France is famously protective of its language. Its latest bête noire is the hashtag, Twitter’s word for the combination of an octothorpe, or hash, and a term of interest, like this: #octothorpe. Only a scant few months after the New York Times wrote in praise of the hashtag, this innocuous neologism now finds itself officially denounced by the Orwellian-sounding Commission Générale de Terminologie et de Néologie (CGTN). As The Local wrote recently,
One of the [CGTN]’s roles is ‘to encourage the presence of the French language on social media networks’ […] Defined as a “series of characters preceded by the # symbol”, the word ‘mot-dièse’, literally meaning ‘sharp word’, will now be used in all official documents.1
In French at least, the hashtag is no more: make way for the officially sanctioned mot-dièse, or ‘sharp word’.2
I was ready to dismiss this as a rather tone-deaf pronouncement, a knee-jerk reaction by France’s notorious language police, but there was something familiar about the term dièse. It sounded, in fact, very much like ‘diesis’, the English term for the double dagger symbol (‡) often used as a tertiary footnote marker after the asterisk (*) and dagger (†). Looking back through my notes for the Shady Characters book, I found that ‘diesis’ was formerly used to mean a musical sharp sign, or ‘♯’, while contemporary French continues to use the related term dièse for that same mark.3 And even more to the point, as Shady Characters’ sharp-eyed commenters explain below, dièse is also the French term for the hash sign.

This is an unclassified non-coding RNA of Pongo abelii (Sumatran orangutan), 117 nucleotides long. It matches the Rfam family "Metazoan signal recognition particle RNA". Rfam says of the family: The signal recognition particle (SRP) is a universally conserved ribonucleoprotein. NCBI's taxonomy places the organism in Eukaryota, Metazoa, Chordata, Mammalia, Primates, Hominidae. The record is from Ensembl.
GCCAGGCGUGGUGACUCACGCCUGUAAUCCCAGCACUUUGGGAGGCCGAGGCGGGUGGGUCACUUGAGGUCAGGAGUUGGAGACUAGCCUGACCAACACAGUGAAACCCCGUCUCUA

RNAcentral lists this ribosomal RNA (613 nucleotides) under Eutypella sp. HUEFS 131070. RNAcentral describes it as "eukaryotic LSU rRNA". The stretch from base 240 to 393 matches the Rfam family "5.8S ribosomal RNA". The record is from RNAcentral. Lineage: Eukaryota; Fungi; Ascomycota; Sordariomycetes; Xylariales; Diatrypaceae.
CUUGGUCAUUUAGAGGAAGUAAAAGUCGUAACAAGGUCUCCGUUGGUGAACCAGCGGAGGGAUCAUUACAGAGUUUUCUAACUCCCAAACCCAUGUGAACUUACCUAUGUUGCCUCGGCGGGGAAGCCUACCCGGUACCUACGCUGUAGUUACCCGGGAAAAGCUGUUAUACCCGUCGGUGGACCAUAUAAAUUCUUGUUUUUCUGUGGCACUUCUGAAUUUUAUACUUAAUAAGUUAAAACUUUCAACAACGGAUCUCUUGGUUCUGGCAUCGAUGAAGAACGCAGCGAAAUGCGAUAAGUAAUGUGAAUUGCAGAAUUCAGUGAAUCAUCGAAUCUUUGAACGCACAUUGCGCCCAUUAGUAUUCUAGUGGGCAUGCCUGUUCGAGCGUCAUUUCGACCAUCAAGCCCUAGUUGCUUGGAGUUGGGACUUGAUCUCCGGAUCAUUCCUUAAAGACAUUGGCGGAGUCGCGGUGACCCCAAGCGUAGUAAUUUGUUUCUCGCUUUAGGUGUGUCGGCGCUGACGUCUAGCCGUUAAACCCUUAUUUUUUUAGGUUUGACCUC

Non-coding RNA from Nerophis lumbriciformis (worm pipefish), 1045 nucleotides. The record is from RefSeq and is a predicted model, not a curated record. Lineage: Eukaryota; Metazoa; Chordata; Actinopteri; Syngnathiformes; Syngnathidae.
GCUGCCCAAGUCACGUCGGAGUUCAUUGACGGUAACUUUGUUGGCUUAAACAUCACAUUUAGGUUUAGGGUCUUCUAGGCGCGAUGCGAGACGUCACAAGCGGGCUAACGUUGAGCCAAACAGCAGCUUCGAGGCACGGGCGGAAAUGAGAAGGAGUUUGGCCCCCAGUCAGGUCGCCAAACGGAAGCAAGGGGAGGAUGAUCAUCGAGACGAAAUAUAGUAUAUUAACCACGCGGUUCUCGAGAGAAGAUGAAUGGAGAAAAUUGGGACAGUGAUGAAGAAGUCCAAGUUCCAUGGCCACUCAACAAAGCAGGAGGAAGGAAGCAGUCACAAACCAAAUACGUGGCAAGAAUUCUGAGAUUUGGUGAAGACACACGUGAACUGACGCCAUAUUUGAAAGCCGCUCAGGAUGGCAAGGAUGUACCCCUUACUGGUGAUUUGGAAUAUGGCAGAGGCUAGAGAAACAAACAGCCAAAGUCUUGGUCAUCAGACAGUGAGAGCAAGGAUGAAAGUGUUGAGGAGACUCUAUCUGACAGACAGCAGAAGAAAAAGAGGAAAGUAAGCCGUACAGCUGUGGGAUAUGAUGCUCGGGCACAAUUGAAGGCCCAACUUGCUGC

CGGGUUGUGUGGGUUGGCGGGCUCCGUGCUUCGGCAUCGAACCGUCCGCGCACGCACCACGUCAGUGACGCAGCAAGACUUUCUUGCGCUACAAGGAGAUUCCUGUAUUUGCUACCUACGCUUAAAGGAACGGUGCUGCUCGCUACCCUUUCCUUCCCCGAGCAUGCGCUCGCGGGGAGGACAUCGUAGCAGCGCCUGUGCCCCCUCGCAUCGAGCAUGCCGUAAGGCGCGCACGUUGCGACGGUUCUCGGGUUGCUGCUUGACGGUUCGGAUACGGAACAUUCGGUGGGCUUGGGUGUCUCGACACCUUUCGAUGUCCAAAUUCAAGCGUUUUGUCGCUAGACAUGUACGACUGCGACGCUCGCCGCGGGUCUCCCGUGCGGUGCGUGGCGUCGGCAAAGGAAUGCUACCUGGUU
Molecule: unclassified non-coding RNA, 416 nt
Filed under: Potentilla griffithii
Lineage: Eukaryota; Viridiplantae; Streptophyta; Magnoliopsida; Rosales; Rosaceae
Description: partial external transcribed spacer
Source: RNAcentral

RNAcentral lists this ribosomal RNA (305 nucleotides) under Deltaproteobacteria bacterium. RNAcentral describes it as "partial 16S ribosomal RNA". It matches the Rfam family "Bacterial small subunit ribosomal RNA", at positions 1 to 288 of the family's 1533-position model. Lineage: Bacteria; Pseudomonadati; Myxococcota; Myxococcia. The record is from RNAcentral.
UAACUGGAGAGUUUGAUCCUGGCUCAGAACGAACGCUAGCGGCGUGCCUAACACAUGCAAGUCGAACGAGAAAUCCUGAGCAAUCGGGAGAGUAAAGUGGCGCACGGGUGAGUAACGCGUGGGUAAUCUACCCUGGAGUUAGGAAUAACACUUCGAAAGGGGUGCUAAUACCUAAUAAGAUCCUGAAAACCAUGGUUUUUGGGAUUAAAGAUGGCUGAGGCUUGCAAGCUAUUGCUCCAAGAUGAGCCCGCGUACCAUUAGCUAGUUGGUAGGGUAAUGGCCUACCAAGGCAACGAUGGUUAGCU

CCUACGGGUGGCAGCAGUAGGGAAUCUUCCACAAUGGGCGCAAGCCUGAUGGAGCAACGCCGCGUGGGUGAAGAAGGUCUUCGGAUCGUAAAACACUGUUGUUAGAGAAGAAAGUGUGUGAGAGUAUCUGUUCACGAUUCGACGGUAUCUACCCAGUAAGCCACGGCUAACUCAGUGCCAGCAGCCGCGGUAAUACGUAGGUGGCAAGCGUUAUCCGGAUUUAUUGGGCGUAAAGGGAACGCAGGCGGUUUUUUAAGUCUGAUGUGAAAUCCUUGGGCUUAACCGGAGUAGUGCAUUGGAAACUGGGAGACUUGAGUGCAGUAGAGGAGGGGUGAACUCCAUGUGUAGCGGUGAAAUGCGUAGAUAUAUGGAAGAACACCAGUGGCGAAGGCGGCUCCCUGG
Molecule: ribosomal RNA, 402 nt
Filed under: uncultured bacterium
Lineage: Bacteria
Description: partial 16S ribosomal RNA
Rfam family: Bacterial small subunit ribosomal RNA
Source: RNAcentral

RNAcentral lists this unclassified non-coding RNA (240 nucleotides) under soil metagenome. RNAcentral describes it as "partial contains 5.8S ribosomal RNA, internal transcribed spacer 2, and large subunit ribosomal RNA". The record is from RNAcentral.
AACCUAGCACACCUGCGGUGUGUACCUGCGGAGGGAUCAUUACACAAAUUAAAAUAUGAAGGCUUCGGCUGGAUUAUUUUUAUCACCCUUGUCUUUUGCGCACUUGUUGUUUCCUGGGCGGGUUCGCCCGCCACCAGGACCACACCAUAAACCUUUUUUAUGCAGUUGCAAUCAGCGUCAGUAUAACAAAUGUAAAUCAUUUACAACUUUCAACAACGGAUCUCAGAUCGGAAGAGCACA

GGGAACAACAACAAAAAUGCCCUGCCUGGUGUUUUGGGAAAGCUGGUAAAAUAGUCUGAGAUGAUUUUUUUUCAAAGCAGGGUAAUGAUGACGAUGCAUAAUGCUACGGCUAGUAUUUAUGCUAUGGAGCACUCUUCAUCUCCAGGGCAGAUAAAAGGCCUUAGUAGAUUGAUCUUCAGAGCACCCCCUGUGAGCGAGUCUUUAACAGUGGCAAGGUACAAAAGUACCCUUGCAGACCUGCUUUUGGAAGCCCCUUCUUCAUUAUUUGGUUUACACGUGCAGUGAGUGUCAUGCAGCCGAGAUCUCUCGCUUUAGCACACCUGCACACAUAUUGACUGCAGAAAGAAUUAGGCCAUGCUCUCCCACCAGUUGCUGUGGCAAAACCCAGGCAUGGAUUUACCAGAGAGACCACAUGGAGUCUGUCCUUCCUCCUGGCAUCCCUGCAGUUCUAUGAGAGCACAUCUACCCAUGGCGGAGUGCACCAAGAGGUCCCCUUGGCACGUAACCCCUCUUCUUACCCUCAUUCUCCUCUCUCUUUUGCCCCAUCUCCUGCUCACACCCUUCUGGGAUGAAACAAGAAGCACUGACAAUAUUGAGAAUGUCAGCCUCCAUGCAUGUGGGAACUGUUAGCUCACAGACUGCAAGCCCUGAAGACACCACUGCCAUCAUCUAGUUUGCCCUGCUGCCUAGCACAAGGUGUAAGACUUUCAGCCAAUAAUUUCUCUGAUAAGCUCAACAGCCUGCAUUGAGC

Thus, the CGTN’s excommunication of the term ‘hashtag’ may not be so sinister after all: rather than inventing some entirely new term, France’s language authorities have simply chosen to elevate the common-or-garden hashtag to the same status as its refined, cultured doppelgänger, the sharp sign. From now on, I will picture French hashtags as the melodic counterparts of their English versions: ‘♯octothorpe’ is just that bit prettier than ‘#octothorpe’, is it not?